A follow-up from the unexpected...

I've often heard Brad quote statistics from a National Census Bureau survey that claims that 1 in 3 high school students has thought about killing themselves, and 1 in 10 has actually planned out how to do this. I believe this statistic - I've talked to enough high-schoolers (and remember high school well enough) to remember how whatever you're in the middle of always feels bigger than anything else, and often bigger than you.

Still, the number is really staggering to think about, especially when you start applying the statistic to people you know. For example, you're sitting in a room with 30 high school students, and you realize that if the statistics hold up, 10 of them have thought about killing themselves, and 3 have planned out how they would do it. For all of my attempts to realize just how staggering this is in my head, it has still felt a little abstract to me.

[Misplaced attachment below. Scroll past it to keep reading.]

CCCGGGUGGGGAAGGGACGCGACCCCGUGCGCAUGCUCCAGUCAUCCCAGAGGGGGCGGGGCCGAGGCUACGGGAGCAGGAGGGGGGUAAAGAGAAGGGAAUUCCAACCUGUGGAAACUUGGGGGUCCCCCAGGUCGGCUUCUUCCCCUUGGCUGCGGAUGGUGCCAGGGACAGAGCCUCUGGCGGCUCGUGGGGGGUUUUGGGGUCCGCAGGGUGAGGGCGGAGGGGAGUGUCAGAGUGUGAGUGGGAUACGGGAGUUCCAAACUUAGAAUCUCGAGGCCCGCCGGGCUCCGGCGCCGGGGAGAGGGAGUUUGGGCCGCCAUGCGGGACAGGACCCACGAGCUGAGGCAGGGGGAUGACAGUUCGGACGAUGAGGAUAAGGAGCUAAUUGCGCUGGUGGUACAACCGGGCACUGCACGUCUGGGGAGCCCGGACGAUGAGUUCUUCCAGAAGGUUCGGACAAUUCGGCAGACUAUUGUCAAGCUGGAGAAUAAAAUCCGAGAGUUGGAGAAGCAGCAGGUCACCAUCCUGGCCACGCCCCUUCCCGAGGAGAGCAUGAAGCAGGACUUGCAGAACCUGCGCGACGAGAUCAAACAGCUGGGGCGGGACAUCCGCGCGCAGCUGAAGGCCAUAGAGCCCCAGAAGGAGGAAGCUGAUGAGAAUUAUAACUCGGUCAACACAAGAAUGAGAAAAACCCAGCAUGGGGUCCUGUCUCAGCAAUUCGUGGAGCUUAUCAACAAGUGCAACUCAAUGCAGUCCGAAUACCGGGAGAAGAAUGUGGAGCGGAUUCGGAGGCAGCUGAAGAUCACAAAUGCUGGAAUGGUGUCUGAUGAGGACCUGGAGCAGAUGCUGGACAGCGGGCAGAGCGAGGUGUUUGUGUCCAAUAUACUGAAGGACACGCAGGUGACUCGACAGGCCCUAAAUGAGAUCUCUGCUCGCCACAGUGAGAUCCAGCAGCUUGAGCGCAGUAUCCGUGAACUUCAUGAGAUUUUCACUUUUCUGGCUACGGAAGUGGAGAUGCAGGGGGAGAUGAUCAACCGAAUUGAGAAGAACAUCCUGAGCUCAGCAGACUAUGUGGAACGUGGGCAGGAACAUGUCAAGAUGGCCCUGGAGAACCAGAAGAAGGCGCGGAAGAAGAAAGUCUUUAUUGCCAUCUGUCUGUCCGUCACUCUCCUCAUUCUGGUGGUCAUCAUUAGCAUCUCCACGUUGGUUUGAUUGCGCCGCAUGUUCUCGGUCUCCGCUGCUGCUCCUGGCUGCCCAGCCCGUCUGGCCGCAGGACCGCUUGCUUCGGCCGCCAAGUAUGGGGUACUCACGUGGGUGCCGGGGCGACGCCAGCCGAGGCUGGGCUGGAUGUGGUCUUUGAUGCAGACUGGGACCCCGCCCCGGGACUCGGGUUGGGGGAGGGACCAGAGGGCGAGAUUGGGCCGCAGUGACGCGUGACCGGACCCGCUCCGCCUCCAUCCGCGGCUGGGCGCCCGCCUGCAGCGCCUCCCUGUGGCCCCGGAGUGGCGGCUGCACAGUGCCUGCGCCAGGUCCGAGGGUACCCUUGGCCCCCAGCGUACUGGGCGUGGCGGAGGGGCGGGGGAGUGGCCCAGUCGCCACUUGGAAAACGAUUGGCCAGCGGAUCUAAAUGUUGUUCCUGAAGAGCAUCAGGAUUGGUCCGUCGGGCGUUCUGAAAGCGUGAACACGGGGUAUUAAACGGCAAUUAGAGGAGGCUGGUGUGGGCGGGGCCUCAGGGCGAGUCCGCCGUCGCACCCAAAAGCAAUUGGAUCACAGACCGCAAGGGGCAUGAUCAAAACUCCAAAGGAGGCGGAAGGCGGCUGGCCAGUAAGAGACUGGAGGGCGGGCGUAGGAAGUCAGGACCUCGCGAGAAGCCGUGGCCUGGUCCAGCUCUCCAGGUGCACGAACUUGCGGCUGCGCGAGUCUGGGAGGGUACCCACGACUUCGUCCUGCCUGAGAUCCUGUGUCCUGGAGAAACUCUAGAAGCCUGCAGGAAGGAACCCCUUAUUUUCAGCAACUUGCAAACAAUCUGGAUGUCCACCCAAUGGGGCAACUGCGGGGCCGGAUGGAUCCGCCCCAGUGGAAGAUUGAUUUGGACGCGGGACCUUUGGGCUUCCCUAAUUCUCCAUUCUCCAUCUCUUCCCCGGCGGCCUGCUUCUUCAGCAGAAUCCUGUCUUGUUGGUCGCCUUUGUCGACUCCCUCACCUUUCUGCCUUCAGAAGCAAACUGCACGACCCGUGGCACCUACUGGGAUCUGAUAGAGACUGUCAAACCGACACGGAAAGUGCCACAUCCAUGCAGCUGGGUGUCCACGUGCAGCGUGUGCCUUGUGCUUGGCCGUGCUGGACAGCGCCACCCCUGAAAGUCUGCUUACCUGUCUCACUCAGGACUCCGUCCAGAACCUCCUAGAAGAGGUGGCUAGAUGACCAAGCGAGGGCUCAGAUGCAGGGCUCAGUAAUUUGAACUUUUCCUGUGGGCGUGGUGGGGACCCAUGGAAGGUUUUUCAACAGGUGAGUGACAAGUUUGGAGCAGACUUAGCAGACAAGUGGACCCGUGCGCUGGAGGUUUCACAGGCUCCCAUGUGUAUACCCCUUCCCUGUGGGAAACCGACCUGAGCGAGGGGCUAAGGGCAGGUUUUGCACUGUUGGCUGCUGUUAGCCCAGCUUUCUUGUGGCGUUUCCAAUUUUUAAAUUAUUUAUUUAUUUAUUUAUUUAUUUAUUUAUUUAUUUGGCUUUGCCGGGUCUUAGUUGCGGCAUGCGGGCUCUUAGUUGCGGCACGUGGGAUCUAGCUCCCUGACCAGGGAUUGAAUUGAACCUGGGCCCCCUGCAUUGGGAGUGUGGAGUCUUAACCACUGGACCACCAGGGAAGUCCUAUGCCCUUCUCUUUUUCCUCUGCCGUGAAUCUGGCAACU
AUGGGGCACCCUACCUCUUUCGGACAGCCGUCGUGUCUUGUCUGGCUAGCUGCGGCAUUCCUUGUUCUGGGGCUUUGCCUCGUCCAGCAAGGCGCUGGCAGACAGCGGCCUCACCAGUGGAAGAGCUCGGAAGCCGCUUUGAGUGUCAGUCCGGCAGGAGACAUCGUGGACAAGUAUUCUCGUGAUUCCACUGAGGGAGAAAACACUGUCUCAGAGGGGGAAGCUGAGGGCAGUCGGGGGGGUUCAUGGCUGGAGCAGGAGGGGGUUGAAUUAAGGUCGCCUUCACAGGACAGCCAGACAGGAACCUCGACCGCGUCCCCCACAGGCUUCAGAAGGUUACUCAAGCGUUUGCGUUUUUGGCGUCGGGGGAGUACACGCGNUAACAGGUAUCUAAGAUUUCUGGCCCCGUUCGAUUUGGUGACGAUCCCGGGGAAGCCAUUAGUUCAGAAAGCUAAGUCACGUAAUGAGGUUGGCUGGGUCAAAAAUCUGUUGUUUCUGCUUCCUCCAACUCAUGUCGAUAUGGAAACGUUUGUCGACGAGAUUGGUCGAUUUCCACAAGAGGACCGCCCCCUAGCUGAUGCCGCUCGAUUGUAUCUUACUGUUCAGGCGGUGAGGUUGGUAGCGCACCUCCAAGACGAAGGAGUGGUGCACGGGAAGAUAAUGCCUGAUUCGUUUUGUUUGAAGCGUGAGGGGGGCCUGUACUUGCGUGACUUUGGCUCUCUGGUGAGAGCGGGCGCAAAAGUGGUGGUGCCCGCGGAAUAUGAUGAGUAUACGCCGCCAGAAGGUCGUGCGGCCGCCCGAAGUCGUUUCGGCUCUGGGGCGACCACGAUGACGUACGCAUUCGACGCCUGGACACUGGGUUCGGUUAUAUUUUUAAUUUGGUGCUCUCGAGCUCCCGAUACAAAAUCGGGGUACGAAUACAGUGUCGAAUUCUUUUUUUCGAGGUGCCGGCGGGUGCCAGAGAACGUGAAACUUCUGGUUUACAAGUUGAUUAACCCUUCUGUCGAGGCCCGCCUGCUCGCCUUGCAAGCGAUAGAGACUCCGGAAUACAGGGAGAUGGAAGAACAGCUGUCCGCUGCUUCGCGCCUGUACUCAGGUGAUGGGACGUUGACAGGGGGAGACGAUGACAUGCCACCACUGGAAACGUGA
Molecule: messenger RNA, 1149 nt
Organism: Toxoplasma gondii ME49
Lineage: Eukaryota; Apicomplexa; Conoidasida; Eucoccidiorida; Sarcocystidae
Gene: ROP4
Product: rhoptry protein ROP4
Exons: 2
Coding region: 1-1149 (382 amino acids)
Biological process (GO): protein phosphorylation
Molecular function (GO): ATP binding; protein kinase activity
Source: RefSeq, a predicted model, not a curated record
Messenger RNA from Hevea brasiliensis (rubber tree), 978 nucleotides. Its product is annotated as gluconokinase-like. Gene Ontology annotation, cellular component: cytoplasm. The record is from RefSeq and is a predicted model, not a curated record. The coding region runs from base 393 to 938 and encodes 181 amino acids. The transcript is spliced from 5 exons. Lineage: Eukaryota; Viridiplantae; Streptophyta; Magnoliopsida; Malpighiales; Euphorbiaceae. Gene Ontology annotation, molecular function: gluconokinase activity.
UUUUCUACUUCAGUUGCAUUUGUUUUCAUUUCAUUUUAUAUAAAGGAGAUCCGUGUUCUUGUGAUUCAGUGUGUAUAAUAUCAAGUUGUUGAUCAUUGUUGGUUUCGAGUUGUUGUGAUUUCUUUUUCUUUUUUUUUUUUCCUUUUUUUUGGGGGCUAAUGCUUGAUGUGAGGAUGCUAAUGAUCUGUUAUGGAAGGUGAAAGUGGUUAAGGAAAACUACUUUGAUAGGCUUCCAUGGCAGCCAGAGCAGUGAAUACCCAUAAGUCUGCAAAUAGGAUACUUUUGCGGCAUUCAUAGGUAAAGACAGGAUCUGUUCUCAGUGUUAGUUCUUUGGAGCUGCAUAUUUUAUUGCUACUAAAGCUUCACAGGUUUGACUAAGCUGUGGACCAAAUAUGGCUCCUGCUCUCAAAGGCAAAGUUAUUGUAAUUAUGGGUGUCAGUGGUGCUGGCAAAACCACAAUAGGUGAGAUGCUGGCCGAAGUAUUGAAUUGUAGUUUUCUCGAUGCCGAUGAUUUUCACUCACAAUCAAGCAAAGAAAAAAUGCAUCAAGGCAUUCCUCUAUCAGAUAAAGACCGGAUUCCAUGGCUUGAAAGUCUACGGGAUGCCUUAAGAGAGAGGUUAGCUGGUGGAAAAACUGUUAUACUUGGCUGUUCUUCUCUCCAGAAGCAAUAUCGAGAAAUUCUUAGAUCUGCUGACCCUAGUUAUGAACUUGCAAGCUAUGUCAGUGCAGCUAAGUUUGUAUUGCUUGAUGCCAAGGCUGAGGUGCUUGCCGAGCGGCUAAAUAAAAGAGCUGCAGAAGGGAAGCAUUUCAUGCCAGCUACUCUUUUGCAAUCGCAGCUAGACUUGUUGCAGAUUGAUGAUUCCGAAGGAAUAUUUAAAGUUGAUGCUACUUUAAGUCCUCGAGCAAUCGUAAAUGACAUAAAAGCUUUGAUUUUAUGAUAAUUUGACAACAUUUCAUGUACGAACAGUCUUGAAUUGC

Until Friday night, when I'm out to dinner with several friends, and we're talking about this high school student who just took her own life. There are eight of us there, and two friends are sharing about how they were those 1-in-10 when they were high school. It was a good conversation, as I got to pick their brains a bit about what they were thinking (did they think no one would care? did they just not care if anyone else cared? how did their family and friends' reactions play into their thoughts, or did it at all?), I realized, this is really true. There are far more high school students who actually think about killing themselves than anyone realizes, and since by nature it's such a private, deeply-held secret, the problem just seems overwhelming.

Anyway, I don't know what to do with all of these thoughts, or this new-found awareness.

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